The History of Turmeric
For over four thousand years, Turmeric has been used for food and its powerful medicinal properties. It has been utilized as a dye, perfume, cosmetic, and even holds sacred meaning in the Hindu religion. With turmeric being such a hot topic, let’s take a look at turmeric then and now.
Turmeric is a perennial plant which is native to South Asia and part of the ginger family known as Zingiberaceae. Most of the world’s turmeric crop is produced in India, where 80% of it is consumed. In fact, Erode, located in the state of Tamil Nadu, is known as “Turmeric City,” or “Yellow City.” This name stems from it being hailed as the most important turmeric trading center and producer in the world.
Turmeric and Religion
Turmeric holds meaning beyond food and medicinal purposes. The Hindu religion believes turmeric to be very sacred and a sign of success and prosperity to come. Traditionally, turmeric was, and still is, used during wedding ceremonies. It was also worn to keep them safe from evil spirits. Turmeric has also been used in rituals and ceremonies involving fertility and is said to have been worn in purification ceremonies.
Turmeric as a Dye
Turmeric’s vibrant color has been used as a dye for years. In wedding ceremonies, a mangala sutra is made from a string dyed in golden turmeric paste. The necklace is then tied around the bride’s neck by her groom during the ceremony. Thread and clothes are commonly dyed using turmeric’s bold coloring, including festival clothing and Buddhist robes.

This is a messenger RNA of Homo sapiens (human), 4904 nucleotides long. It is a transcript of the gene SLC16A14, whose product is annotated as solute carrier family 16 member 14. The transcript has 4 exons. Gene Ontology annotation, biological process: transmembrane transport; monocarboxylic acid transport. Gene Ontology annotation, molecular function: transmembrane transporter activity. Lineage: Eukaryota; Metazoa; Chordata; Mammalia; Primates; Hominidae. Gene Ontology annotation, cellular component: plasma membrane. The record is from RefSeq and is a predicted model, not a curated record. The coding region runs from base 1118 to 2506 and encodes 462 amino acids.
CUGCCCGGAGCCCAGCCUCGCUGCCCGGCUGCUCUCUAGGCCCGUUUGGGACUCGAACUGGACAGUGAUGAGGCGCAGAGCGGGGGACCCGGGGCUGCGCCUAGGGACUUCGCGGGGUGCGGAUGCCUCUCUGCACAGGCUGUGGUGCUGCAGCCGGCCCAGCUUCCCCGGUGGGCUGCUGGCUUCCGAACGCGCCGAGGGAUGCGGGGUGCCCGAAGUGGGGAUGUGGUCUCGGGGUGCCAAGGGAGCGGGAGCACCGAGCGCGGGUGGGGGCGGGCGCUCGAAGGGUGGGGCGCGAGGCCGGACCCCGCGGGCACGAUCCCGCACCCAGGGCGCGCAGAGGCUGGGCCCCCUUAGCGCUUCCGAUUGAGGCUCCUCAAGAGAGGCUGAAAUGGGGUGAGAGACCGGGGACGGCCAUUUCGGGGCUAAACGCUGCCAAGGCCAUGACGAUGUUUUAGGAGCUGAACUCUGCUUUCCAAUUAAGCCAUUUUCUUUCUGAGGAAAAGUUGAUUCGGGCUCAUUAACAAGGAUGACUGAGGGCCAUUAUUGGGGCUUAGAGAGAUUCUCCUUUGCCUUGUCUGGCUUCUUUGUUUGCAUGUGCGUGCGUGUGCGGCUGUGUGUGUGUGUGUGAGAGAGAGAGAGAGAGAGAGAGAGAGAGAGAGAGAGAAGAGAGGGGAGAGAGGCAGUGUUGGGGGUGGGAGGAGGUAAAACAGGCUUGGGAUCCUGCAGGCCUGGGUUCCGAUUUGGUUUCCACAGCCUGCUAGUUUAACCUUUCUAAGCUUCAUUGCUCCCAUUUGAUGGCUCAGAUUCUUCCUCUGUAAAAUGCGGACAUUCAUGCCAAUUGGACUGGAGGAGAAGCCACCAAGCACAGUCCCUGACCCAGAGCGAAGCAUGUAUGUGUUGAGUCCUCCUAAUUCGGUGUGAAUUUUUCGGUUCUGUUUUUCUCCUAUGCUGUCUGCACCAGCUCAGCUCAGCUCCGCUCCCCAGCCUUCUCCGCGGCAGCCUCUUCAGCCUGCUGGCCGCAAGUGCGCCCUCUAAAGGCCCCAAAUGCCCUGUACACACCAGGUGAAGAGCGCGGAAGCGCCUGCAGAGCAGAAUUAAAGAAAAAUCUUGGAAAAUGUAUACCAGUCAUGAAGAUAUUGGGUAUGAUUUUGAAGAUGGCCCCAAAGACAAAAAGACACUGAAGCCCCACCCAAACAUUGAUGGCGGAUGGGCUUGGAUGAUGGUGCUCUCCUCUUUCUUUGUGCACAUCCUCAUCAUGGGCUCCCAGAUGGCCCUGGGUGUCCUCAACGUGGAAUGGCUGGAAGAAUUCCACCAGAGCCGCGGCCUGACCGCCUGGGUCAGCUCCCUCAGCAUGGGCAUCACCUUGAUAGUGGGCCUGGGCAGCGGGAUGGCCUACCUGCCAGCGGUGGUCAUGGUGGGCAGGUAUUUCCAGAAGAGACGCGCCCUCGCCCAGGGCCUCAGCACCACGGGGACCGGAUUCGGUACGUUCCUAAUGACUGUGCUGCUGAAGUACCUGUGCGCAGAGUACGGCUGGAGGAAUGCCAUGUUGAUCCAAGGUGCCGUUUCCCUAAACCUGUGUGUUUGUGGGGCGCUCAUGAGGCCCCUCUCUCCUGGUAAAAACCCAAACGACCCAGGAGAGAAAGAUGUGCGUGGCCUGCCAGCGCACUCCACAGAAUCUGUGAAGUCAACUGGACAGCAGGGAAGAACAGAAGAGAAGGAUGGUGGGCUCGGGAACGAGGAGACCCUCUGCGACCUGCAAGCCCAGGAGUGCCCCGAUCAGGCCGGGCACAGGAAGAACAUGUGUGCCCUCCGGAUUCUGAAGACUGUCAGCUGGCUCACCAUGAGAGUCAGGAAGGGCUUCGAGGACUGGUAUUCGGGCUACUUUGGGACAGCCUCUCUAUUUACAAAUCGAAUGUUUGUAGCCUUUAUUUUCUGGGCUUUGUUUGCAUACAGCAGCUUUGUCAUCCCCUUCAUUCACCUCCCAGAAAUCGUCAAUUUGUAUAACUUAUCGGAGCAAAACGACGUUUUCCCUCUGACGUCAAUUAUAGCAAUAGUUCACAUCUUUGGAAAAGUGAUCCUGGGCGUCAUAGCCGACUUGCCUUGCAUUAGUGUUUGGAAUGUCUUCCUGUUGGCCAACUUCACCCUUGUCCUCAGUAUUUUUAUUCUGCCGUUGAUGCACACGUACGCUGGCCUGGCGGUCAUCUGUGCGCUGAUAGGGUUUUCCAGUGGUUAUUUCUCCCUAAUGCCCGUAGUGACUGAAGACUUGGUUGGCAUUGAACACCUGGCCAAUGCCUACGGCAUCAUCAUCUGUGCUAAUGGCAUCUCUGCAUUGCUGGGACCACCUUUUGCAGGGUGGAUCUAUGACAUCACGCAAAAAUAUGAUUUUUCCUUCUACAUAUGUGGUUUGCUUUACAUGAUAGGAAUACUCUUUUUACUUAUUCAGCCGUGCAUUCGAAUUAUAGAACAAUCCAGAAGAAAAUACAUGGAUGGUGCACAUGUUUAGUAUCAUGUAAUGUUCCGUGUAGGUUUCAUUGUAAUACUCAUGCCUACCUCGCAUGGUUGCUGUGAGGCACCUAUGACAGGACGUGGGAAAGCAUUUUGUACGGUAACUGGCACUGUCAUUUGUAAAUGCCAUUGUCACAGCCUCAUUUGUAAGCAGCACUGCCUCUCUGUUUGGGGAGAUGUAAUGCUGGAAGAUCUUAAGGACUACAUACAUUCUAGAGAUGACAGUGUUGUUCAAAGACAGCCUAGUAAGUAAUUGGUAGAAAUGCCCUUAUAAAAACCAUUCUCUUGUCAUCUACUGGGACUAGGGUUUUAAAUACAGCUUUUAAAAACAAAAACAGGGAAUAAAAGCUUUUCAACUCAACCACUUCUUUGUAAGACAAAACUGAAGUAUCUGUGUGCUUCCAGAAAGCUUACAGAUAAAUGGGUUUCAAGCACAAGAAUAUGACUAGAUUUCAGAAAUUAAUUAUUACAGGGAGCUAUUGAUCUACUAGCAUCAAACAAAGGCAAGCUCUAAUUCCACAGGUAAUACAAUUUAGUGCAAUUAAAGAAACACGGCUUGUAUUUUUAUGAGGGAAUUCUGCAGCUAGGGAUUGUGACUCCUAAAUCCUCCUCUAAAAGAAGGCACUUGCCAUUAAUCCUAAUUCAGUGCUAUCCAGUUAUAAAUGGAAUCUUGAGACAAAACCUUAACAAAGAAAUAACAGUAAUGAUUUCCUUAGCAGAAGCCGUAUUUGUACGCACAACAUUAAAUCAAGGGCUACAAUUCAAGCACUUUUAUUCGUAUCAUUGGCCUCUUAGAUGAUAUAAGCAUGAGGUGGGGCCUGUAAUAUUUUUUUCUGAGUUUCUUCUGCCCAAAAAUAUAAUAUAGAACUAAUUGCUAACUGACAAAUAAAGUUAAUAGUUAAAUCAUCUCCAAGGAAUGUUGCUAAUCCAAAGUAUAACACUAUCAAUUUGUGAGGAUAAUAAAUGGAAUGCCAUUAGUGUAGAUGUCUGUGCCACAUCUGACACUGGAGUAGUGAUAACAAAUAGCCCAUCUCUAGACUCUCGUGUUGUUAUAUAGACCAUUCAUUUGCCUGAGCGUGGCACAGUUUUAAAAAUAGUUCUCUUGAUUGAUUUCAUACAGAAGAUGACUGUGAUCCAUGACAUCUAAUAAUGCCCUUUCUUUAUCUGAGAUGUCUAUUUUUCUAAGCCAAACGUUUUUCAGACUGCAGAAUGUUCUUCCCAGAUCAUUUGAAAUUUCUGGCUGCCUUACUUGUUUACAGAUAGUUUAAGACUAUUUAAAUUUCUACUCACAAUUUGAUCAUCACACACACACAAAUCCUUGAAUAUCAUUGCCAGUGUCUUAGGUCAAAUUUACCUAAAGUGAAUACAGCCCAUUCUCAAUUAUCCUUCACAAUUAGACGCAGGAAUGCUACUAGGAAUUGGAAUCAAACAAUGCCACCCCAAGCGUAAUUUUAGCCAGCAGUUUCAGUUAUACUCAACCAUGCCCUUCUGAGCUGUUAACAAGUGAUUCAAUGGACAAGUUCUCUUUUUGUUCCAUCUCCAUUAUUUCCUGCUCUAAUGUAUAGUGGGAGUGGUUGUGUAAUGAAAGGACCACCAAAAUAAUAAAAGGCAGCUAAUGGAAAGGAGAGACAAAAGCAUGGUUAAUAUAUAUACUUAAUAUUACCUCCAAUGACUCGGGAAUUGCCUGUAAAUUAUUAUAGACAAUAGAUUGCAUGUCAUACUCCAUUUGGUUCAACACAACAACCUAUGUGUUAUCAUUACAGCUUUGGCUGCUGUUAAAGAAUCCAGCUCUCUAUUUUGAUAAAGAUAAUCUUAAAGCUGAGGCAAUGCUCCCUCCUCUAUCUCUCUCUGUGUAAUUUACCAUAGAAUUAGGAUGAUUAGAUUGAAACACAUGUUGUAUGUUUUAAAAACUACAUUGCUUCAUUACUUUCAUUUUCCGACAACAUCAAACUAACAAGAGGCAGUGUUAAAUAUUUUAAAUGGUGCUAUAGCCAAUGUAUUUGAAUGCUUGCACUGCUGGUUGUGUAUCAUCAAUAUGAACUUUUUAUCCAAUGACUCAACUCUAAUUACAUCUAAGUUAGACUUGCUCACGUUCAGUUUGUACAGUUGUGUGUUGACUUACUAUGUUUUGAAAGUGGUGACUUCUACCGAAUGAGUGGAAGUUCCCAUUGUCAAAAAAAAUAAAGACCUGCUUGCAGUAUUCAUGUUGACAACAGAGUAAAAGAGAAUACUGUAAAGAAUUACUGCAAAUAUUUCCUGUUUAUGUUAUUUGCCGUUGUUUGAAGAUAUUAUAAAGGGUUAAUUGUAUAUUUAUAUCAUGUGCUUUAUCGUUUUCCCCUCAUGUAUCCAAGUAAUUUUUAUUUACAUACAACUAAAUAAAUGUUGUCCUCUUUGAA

Cooking with Turmeric
Turmeric can be eaten raw, used in teas, added for flavor and aroma, and most notably for coloring. With a touch of bitterness to its flavor, it is often used in various curry dishes from its powder form. The turmeric plant is grown in temperatures ranging from 68-86 degrees. The plants require a large amount of rain to produce a strong crop. Each year, they are harvested and their rhizomes are boiled for 30-45 minutes, then placed in an oven and dried before being ground into fine powder.
Turmeric as Medicine
Around 500BCE, turmeric became instrumental in Ayurvedic medicine. An ancient Indian practice of natural healing, Ayurvedic is still being practiced. Turmeric was often burned while sick patients inhaled the fumes for healing. It was also used to treat congestion in this manner. A turmeric juice blend was made to help heal cuts and bruises, while a paste form was beneficial for skin irritations, smallpox, and chicken pox.
Turmeric and the 20th Century
Although many cultures had been using turmeric for years, it was not until the mid-to-late 20th century that western civilization began to take notice of all that it has to offer. Through colonization and trading, turmeric made it to the west to stay. As the spice gained popularity in curry dishes, it soon gained recognition for its healing properties.